After years of relative calm, equity markets have finally suffered their first correction since 2011, falling -12.4% from the May 21st highs (through August 25th) and snapping the third longest streak without such a correction in fifty years. Fears over slower growth in China, uncertainty around the timing of rate hikes and technical factors related to market positioning all played a role. But how unusual is this correction? As it turns out, not very; in 19 of the last 35 years, markets suffered a decline of 10% or more, and in all but two of those 35 years markets saw 5% declines or more. Importantly, we don’t see this correction as morphing into a full blown bear market; the U.S. economic data remains solid, commodity prices and inflation are low, and monetary policy will remain extremely accomodative, even if the Fed hikes rates. For investors, it is times like these that the power of diversification is on full display. During the 12.4% correction, a portfolio of 60% stocks, 40% bonds would have only suffered a drop of 7.8%.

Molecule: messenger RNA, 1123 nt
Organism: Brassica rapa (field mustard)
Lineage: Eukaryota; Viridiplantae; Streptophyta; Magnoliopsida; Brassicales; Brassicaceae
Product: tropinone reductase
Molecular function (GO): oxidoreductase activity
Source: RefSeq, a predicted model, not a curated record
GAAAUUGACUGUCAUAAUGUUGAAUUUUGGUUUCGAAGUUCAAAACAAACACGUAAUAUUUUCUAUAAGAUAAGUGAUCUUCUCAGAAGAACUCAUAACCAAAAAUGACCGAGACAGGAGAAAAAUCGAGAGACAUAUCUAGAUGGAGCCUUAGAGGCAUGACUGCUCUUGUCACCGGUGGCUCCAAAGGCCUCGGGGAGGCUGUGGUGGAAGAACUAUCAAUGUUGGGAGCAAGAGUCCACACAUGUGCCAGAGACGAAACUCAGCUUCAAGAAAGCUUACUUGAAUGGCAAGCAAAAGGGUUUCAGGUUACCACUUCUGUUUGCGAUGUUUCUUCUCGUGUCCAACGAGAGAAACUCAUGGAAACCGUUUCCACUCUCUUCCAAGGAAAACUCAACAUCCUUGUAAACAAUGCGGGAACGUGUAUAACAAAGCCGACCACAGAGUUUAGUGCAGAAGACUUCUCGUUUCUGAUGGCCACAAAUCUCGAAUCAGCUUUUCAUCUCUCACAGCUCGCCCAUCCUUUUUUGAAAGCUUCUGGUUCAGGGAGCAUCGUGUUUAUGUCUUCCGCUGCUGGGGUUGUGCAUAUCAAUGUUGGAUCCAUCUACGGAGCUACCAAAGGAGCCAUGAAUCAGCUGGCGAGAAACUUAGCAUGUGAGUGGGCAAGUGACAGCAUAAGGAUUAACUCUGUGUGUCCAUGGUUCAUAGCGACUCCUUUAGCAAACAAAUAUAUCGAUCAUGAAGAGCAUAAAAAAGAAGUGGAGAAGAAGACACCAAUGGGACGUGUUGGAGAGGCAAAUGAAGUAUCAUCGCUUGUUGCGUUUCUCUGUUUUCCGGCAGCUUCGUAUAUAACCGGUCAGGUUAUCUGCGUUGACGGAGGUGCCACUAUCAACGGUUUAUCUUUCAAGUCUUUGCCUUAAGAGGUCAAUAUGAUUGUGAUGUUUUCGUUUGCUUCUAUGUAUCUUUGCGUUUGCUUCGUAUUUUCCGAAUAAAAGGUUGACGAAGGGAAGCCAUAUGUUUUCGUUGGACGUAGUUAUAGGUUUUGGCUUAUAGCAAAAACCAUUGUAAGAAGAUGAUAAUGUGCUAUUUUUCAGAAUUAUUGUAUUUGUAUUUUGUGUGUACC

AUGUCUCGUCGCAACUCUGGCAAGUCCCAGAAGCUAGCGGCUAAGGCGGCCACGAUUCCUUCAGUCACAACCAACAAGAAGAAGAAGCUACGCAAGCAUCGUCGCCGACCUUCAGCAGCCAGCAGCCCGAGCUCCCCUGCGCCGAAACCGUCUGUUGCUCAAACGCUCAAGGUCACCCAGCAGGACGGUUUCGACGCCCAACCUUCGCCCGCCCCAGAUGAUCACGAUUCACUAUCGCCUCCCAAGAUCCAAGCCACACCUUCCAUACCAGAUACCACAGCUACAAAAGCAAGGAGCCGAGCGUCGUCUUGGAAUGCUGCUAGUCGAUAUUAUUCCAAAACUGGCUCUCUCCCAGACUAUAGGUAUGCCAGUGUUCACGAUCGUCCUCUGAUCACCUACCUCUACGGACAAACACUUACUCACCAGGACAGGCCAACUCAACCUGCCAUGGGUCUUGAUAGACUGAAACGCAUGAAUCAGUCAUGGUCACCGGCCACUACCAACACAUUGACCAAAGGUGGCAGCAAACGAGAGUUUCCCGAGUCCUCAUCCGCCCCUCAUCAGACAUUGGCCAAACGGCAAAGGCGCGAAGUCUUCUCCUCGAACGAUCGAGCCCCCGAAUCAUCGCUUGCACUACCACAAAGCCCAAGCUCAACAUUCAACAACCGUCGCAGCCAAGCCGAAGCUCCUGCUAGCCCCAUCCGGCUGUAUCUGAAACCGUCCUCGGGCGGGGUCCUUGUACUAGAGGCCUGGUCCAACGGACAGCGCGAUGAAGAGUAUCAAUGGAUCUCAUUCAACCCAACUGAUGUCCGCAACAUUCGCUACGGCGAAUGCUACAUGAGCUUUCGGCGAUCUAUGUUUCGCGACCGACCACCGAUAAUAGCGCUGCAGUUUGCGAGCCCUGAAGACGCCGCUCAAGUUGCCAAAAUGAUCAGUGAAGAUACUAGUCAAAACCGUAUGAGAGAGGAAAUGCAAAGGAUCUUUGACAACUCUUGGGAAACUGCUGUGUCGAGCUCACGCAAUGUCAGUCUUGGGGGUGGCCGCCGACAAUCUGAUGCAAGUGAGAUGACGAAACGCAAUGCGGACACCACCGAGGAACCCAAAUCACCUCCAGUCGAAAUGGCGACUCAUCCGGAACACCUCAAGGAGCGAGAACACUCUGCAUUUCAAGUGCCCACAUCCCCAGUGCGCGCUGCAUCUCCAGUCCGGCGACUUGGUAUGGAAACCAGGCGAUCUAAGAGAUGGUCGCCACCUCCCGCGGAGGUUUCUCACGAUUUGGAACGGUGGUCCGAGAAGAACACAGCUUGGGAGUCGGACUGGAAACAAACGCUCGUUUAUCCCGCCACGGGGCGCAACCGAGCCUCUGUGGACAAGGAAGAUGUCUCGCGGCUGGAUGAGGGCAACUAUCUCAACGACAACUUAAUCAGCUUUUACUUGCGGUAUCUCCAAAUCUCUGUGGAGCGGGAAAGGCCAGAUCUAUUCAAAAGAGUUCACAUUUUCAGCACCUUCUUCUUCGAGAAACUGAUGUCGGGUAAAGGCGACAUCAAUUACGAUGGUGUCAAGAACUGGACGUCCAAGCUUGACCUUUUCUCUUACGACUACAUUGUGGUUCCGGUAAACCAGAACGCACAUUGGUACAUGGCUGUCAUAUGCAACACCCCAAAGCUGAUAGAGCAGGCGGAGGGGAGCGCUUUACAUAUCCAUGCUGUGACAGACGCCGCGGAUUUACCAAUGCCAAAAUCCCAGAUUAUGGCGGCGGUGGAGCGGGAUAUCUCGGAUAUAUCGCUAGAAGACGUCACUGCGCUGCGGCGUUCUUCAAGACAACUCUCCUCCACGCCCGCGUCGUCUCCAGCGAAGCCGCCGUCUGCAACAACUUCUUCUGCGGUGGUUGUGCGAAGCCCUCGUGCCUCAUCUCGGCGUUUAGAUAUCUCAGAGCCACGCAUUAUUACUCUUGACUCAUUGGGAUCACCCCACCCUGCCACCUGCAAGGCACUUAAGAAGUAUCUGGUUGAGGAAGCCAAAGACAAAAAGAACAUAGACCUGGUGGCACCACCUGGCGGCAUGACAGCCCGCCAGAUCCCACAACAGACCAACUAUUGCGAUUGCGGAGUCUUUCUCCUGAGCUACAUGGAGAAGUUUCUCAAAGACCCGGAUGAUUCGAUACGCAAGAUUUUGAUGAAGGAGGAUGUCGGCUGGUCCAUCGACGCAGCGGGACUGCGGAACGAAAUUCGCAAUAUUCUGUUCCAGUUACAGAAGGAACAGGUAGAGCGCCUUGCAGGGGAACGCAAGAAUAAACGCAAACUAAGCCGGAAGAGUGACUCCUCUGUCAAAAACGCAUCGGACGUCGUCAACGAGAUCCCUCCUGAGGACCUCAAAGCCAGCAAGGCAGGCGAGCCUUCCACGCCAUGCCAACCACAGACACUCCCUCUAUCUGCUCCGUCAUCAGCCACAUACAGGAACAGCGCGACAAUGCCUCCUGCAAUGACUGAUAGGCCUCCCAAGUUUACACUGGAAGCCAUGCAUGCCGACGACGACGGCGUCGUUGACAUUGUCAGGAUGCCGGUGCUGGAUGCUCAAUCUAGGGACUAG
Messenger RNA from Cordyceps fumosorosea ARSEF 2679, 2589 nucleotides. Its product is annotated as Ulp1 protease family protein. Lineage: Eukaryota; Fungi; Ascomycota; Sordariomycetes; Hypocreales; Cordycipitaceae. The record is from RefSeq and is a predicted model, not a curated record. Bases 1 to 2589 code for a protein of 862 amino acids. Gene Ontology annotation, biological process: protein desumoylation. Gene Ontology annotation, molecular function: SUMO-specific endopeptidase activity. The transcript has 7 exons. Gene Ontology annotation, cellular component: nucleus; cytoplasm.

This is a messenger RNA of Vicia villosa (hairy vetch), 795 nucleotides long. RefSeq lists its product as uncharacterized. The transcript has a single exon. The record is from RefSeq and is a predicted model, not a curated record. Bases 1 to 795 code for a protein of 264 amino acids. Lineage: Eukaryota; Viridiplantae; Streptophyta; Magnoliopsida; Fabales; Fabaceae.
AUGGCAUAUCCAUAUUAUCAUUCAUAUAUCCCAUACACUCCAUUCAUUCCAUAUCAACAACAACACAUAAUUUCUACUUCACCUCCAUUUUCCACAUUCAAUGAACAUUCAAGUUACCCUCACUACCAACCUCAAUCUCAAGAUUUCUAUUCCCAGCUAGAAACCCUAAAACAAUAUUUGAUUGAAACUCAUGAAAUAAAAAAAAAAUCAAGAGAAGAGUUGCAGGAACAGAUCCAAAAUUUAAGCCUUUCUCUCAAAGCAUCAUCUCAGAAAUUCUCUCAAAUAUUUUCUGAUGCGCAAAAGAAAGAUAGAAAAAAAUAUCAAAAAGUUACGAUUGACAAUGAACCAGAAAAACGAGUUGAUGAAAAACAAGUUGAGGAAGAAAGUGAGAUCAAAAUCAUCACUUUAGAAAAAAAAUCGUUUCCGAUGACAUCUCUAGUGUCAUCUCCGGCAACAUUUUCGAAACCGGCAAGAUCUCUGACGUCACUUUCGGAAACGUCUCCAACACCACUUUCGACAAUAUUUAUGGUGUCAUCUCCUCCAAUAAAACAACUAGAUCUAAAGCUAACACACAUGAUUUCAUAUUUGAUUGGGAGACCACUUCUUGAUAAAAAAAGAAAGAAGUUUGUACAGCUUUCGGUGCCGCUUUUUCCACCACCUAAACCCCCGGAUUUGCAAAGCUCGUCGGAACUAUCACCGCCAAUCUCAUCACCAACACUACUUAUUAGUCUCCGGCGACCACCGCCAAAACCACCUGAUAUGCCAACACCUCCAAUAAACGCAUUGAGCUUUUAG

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(Source: JP Morgan)